The latest US government action against Huawei Technologies Co (華為) takes direct aim the company’s HiSilicon (海思) chip division — a business that in over the past few years has become central to China’s ambitions in semiconductor technology, but is now to lose access to tools that are central to its success.
That could make it the most damaging measure by the US yet against a Chinese company.
On Wednesday, US officials told reporters that the Huawei’s chip division functioned as a “tool of strategic influence” for the Chinese Communist Party. Huawei, for its part, denounced the US allegations and called the new measures “arbitrary and pernicious.”
Established in 2004, HiSilicon develops chips mostly for Huawei, and for most of its existence has been an afterthought in a global chip business dominated by Taiwanese, South Korean, Japanese and US companies. Like most electronics firms, Huawei relied on others for the chips to power its products.
However, investment in research and development helped drive rapid progress at HiSilicon, and in recent years the 7,000-employee unit has been central to Huawei’s rise as a dominant player in the global smartphone business and the emerging 5G business.
HiSilicon’s Kirin smartphone processor is now considered to be on par with those created by Apple Inc and Qualcomm Inc — a rare example of an advanced Chinese semiconductor product that competes globally.
HiSilicon is also central to Huawei’s leadership in 5G, stepping into the breach when the US cut off the Chinese company’s access to some US-made chips last year.
In March, Huawei said that 8 percent of the 50,000 5G base stations it sold last year had no US technology, using HiSilicon chipsets instead.
However, the US export control rule aims to block HiSilicon’s access to two crucial tools: chip design software from US firms including Cadence Design Systems Inc and Synopsys Inc, and the manufacturing prowess of companies such as Taiwan Semiconductor Manufacturing Co Ltd (TSMC, 台積電), which builds chips for many of the world’s top semiconductor firms.
With the new restrictions, HiSilicon “will be in a situation where they’re not able to manufacture chips at all, or if they do, then they’re not leading edge any more,” said Stewart Randall, who tracks China’s chip industry at Shanghai-based consultancy Intralink.
Without its own processors, Huawei would lose its edge over domestic smartphone rivals, analysts said.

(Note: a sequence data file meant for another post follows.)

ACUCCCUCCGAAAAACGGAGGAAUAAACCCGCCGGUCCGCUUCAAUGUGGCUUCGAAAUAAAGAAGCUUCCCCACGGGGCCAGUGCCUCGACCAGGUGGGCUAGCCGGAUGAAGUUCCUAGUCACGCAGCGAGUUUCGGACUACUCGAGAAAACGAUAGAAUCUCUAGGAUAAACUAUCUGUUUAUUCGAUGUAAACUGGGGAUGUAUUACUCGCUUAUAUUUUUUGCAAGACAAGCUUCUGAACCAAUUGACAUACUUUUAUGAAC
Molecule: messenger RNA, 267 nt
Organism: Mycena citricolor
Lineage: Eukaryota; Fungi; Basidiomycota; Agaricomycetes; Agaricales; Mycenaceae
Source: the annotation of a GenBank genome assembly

International sales had already been gutted by a ban on the use of key software supplied by Google.
However, Huawei has stockpiled chips, and the new US rule is not to go into full force for 120 days, according to industry sources.
US officials also said that licenses could be granted for some technologies.
HiSilicon can also keep using design software it has already acquired.
Still, analysts agree that HiSilicon is in a tough spot. Nearly all chip factories globally buy gear from the same equipment makers, led by US firms Applied Materials Inc, Lam Research Corp and KLA Corp.
The new US rule requires licenses for companies using US machinery to build Huawei-designed chips and chips to be delivered to the Chinese firm.
To be sure, the new rule is not to catch items shipped to a third party, allowing HiSilicon’s fabricators like TSMC the ability to ship chips to HiSilicon’s device manufacturers who can send them directly to a customer.
While there are alternatives to US machines, replacing US technology is not as simple as swapping out a machine.
“You almost have to think about it like a heart transplant,” said VLSI Research Inc president Dan Hutcheson, adding that chip production lines are finely calibrated systems where everything has to work well together.
Huawei had a few options, said Doug Fuller of the Chinese University of Hong Kong.
It could slip around the rule by having suppliers ship directly to Huawei customers, although US officials would be vigilant about such workarounds, Fuller said.
Huawei and the Chinese government could redouble efforts to build production capabilities that did not require US tools, by investing in nascent Chinese competitors and buying from other companies, even if that required quality sacrifices.
Huawei could possibly turn away from HiSilicon and revert to buying from overseas suppliers — just not US ones.
“There’s talk of Huawei just turning to Samsung processors,” for its smartphones, Fuller said.
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